Twenty years after the since-expired assault weapons ban passed Congress, Washington’s leading liberal think says it’s no longer an idea worth pursuing.
The Center for American Progress is waving a white flag on banning assault weapons in a study out Friday titled “Assault Weapons Revisited.” CAP authors Arkadi Gerney and Chelsea Parsons argue that gun control advocates focus their energies primarily on expanding background checks and firearms licensing laws instead of pushing to prohibit assault weapons like the AR-15 rifle.
“The answer is not that assault weapons aren’t dangerous and people having access to them is a good thing,” Mr. Gerney said in an interview this week. “There are other things that we can do to lessen the risks of assault weapons short of banning them. … When you’re making policy, it’s always a mix of what’s going to have a biggest positive impact and what is practical and politically possible.”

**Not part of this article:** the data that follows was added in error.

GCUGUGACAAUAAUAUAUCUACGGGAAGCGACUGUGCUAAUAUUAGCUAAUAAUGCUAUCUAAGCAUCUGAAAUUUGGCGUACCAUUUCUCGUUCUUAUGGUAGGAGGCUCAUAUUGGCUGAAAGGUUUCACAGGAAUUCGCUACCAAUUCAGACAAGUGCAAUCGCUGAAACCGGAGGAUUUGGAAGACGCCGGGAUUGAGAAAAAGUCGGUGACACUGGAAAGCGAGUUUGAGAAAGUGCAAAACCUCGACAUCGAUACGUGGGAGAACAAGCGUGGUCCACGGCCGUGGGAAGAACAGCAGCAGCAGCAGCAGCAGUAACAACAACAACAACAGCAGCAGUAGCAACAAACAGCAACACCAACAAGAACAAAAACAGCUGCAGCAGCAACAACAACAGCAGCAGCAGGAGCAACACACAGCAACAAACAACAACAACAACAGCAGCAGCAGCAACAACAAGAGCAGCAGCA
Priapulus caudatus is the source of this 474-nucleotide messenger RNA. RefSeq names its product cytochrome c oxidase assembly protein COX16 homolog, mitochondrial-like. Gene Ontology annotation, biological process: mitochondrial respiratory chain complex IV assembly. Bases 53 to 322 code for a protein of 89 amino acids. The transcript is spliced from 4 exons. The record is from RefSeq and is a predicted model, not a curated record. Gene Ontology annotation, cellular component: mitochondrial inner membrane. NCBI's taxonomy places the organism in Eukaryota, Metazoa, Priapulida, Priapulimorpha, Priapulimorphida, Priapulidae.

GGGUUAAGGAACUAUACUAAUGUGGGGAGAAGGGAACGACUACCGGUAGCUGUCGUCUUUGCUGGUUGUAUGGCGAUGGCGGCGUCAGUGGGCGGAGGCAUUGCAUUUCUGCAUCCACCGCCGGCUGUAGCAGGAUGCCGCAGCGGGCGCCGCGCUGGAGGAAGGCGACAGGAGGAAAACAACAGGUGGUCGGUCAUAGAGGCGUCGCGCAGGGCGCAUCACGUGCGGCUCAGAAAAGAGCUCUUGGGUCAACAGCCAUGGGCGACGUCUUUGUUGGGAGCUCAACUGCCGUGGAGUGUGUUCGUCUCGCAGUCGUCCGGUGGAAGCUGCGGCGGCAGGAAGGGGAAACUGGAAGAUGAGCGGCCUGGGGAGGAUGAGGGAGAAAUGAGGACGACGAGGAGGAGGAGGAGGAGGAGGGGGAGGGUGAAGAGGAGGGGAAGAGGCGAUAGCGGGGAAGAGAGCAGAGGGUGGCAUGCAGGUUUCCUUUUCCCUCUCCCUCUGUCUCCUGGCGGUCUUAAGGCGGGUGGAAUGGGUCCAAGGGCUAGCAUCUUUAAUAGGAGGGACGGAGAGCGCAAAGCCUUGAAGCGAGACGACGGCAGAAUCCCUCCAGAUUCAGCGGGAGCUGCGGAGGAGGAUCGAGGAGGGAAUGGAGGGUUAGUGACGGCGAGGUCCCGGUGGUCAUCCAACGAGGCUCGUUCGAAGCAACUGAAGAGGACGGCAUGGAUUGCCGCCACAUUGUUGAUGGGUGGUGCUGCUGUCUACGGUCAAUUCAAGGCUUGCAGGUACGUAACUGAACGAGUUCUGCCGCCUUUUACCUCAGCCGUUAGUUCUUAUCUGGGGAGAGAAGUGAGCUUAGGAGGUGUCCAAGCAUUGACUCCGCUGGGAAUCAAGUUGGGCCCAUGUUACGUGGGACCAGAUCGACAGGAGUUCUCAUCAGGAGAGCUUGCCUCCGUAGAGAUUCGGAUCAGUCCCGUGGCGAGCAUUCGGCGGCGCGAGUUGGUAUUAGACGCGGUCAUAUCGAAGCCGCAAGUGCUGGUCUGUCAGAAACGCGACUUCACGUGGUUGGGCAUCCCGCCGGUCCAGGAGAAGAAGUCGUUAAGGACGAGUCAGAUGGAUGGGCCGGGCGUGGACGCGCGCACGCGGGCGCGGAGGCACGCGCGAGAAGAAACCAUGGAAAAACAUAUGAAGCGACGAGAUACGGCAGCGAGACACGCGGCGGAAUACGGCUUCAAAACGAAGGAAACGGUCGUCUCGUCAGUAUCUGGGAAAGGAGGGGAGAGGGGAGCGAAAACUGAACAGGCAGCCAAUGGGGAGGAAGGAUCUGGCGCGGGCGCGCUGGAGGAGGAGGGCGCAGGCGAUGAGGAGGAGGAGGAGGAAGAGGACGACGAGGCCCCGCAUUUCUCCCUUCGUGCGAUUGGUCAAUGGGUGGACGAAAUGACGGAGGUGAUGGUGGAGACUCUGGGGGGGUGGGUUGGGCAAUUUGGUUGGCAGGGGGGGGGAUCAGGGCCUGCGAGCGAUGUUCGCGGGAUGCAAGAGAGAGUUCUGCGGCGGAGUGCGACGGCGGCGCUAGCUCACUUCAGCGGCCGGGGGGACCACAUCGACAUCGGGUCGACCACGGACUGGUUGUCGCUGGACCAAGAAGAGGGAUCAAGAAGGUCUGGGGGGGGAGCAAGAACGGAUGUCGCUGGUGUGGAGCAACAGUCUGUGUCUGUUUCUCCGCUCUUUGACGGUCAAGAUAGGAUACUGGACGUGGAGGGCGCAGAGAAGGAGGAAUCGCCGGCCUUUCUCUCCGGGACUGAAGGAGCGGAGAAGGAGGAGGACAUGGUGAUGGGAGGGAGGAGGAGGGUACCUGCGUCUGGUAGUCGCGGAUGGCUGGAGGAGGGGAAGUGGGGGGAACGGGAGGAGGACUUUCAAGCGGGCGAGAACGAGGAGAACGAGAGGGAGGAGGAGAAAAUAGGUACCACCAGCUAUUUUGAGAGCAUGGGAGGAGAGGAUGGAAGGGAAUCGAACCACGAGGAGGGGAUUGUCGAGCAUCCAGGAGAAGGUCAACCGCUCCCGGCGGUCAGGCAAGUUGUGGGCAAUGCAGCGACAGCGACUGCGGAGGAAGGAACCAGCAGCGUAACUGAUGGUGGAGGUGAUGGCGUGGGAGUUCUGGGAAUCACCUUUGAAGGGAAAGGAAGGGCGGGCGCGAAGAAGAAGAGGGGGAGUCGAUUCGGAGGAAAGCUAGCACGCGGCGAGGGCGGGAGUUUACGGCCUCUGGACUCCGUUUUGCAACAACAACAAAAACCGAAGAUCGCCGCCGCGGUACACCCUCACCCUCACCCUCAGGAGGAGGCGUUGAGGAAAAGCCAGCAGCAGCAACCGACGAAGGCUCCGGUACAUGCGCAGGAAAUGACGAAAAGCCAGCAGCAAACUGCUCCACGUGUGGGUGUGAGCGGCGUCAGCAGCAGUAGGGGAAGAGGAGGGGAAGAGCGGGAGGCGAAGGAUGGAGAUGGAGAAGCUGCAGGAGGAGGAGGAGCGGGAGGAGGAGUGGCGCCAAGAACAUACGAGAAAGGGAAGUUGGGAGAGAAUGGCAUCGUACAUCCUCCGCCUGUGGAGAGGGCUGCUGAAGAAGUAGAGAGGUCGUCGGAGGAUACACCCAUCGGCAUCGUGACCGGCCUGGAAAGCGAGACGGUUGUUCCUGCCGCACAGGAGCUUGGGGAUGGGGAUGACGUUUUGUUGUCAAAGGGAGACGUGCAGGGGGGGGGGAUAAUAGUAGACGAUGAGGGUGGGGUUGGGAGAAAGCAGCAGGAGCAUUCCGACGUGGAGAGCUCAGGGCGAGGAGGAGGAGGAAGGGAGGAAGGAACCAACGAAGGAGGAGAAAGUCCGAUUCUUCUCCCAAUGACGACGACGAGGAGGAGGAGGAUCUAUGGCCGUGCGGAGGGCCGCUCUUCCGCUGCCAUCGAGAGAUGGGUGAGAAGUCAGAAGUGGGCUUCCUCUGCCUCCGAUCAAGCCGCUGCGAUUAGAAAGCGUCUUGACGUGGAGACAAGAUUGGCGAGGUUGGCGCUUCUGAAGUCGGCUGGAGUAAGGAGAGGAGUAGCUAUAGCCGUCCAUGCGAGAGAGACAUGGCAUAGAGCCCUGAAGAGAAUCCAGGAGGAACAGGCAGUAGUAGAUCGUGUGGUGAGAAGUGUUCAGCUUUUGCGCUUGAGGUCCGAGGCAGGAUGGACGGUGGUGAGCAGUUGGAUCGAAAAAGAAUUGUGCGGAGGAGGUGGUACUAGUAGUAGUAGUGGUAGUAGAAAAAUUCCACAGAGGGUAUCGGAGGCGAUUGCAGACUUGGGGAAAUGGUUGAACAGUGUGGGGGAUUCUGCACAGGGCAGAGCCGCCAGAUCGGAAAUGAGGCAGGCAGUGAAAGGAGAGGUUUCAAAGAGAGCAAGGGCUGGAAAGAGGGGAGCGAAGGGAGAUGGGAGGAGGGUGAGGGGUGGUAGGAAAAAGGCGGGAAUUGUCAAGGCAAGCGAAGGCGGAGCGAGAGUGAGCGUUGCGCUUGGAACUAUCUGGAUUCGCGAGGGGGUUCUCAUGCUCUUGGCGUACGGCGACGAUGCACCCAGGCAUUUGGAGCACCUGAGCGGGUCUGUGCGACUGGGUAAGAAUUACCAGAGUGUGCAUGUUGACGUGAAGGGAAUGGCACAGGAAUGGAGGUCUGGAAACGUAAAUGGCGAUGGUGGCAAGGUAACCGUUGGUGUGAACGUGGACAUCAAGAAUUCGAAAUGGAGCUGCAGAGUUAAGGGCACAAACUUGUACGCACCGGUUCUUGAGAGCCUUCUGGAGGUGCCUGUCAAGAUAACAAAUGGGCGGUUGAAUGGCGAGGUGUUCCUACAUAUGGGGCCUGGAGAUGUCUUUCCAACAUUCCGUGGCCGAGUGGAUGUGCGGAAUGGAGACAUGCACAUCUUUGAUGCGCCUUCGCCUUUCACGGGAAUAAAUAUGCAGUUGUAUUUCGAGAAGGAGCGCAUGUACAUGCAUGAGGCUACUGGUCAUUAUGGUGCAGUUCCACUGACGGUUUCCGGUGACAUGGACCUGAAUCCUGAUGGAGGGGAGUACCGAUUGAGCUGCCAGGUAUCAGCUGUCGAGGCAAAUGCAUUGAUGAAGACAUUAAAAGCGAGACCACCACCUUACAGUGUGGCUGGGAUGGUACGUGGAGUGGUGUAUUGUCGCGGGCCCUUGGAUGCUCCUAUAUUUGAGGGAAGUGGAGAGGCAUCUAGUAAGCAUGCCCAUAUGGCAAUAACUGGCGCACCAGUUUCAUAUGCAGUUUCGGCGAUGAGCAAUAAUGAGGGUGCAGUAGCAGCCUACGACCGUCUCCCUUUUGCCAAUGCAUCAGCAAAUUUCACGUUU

Banning assault weapons, which Congress did for a decade as part of the 1994 crime bill, was a centerpiece of the policy prescriptions President Barack Obama sought in the wake of the December 2012 school massacre at Newtown, Conn. Mr. Obama also sought to implement universal background checks for gun purchases, ban high-capacity ammunition magazines and restrict on gun trafficking. Only background checks received a serious hearing in Congress – only 40 senators voted for an assault weapons ban. Background checks fell five votes short.
The 1994 assault weapons ban expired in 2004 when Congress did not reauthorize it. Mr. Obama and Vice President Joe Biden, when they addressed the issue, spoke passionately about the need to ban the sort of weapon used during the Newtown shooting.